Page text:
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Wisconsin Trial Lawyer: Too Much Immunity

The Wisconsin legislature has granted immunity to too many businesses in the past few years, according to a trial lawyer. (WI Assembly)
The Wisconsin legislature has granted immunity to too many businesses in the past few years, according to a trial lawyer. (WI Assembly)
March 9, 2016

STEVENS POINT, Wis. - Immunity is a "get out of jail free" card, says Stevens Point trial attorney Russ Golla, who believes the state legislature has given out far too many, nearly 40, to businesses and industries in recent years.

He says immunity means even if wrongdoers were clearly careless and took safety shortcuts, they can't be held responsible for their conduct.

"Giving an immunity gives the entity, and usually their employees that are covered by it, an absolute path to not exercise reasonable care, to not look into what they're doing," says Golla. "You have no incentive to do it any more."

The business owners argue the threat of a lawsuit drives up their cost of business, which is why they need immunity.

But Golla, who is president of the Wisconsin Association for Justice, says there has never been any evidence that's true.

Golla says the legislature has passed dozens of unnecessary immunity laws in the past few years. He says if businesses focused on safety as much as they worry about being sued, he and his colleagues would have a lot more free time on their hands.

Golla says some of the broadest immunities are granted for recreational activities.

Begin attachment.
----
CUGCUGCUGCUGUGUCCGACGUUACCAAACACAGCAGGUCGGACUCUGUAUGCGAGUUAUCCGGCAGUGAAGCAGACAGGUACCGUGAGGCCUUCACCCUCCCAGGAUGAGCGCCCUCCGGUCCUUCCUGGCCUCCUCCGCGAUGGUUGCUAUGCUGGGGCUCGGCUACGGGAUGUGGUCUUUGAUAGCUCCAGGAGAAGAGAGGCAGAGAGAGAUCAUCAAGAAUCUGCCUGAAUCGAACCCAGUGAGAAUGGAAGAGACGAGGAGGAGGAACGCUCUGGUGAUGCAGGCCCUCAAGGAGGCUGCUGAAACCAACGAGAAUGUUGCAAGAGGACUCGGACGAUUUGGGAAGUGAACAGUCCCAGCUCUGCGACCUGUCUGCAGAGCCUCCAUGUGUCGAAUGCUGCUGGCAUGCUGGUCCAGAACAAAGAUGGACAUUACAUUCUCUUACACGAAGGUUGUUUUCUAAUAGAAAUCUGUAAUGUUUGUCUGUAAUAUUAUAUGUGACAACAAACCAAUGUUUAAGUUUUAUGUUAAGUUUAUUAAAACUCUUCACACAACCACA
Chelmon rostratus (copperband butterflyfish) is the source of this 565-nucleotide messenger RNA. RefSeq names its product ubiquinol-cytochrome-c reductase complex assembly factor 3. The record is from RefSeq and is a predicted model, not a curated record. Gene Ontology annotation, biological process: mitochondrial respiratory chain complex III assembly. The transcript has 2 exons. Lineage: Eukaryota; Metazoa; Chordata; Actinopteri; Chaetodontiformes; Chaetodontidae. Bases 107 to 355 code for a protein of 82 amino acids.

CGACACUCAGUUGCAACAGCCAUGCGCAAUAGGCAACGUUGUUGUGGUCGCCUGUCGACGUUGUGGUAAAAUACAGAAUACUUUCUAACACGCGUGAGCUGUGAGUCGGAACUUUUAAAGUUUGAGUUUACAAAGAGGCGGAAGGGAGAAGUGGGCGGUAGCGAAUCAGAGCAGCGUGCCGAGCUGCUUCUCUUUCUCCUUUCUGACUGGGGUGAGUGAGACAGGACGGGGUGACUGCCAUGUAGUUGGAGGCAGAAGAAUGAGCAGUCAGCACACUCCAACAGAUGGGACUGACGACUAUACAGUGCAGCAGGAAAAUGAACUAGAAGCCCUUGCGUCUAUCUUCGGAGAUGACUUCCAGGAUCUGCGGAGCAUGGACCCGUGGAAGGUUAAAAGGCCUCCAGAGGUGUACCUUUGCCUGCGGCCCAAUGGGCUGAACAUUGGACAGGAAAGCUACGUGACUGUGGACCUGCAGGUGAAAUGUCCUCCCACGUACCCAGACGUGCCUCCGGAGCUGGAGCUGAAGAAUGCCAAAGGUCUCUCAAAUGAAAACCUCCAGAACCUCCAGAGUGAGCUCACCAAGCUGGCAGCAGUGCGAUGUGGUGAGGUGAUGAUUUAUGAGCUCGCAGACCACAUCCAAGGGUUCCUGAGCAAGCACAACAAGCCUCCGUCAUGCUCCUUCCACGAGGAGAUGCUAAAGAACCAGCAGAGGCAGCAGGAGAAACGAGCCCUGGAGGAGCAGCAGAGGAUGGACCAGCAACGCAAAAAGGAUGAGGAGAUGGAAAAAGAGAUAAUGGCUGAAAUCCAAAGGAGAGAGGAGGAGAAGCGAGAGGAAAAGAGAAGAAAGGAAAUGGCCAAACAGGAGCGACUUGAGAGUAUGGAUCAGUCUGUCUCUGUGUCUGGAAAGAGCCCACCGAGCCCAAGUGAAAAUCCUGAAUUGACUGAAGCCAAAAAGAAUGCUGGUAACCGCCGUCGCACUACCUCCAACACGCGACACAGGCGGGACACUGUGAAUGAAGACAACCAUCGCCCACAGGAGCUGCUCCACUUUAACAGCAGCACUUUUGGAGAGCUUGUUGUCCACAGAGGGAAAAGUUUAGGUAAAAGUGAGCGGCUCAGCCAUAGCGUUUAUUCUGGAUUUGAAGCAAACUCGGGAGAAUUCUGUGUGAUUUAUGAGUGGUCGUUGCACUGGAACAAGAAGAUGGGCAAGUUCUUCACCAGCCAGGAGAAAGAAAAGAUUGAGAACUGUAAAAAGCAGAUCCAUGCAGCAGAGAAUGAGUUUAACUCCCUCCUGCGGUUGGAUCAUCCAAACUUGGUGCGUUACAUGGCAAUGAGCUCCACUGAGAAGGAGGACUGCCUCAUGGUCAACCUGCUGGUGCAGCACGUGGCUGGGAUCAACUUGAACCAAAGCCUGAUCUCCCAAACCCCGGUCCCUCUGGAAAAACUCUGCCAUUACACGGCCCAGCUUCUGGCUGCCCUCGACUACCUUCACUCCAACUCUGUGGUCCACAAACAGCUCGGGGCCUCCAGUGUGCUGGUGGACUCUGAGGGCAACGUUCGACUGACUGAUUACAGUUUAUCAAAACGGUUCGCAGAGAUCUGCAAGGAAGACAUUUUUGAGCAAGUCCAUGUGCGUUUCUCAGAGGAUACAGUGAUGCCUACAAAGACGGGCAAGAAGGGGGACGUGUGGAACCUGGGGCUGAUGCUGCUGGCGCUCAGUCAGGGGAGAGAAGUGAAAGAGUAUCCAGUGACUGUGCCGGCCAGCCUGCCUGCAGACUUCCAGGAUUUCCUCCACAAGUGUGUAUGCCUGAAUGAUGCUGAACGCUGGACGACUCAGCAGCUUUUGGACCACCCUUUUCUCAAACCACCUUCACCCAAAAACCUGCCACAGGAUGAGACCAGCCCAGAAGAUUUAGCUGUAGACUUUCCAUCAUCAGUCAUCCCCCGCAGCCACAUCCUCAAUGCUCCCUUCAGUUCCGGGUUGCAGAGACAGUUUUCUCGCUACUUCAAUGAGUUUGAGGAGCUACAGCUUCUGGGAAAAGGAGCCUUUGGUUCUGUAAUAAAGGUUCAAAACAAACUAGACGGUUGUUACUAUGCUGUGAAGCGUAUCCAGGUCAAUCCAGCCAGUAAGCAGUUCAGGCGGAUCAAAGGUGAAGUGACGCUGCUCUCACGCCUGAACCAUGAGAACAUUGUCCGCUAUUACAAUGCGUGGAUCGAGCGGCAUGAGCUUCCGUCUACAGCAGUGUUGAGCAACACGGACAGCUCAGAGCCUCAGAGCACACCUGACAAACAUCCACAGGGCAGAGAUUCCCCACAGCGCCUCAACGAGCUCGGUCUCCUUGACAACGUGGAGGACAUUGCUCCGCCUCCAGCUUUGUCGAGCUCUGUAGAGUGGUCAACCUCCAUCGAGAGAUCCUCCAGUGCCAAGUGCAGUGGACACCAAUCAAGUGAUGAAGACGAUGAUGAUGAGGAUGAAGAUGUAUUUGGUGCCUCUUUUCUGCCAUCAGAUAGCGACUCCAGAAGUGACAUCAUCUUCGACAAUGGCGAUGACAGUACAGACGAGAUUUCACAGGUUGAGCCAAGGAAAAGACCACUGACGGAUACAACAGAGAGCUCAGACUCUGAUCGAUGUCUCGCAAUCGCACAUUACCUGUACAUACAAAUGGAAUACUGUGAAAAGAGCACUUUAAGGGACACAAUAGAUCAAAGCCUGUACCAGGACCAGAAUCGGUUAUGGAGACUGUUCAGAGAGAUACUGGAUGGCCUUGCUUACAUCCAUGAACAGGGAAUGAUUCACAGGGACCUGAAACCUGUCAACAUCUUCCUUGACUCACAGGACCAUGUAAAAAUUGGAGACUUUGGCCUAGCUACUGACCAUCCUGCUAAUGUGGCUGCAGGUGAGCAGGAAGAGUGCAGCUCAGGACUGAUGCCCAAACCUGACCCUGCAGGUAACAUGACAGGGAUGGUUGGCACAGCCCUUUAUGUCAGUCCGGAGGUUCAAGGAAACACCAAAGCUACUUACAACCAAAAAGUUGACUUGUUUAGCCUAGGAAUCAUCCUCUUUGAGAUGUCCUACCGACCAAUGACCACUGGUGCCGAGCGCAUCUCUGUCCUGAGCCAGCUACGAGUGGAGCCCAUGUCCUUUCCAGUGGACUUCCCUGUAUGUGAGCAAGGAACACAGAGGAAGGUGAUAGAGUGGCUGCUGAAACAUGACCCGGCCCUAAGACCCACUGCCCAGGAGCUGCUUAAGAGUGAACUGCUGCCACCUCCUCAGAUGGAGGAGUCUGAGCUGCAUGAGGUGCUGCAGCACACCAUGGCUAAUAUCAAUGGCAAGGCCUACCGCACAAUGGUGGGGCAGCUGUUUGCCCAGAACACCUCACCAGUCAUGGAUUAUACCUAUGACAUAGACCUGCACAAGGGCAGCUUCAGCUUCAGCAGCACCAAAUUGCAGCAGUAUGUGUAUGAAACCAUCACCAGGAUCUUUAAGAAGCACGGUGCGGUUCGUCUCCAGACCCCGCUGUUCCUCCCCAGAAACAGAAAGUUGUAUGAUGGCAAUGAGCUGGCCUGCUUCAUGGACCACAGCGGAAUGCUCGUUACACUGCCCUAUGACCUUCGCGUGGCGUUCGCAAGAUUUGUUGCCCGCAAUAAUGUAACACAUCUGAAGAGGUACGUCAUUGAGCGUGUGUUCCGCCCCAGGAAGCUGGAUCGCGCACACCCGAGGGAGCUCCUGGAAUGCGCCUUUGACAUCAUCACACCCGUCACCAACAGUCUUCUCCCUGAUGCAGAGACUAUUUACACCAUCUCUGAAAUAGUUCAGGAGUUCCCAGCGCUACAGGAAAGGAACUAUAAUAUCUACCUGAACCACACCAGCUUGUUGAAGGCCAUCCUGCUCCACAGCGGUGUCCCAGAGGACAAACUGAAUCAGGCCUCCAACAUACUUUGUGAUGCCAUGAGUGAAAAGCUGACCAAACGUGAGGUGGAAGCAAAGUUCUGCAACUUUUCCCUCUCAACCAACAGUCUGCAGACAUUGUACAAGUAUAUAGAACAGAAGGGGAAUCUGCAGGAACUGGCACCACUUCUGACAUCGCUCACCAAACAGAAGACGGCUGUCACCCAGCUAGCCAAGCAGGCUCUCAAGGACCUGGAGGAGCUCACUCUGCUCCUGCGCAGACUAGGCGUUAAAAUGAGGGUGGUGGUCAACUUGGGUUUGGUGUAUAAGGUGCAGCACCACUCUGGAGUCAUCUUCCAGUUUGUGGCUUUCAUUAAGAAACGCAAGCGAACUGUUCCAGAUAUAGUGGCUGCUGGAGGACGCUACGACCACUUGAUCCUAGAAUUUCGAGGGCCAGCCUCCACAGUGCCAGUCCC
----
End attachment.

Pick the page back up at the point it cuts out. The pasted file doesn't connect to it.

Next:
"If anybody is engaging in a recreational activity," says Golla. "There is immunity for anyone that is around that causes harm to another engaging in recreational activity."

Golla points out under Wisconsin law, if you're wounded at a shooting range, anyone who works there is immune and you get the medical bills. If you're hurt while horseback riding, the stable is immune.

Several years ago the city of Kenosha hired lifeguards without checking their skills.

Two boys drowned but the city had immunity, even though the lifeguard on duty was worried that fish would attack her if she went into the water.

According to Golla, this recent trend of granting immunity laws can be traced back to the Supreme Court's Citizens United decision, which he says turned our political system into legalized bribery via campaign donations.

"You can pay a legislator or a group of legislators to adopt a law protecting your special interest. You end up with a scenario where people can buy immunity," says Golla.

Tim Morrissey, Public News Service - WI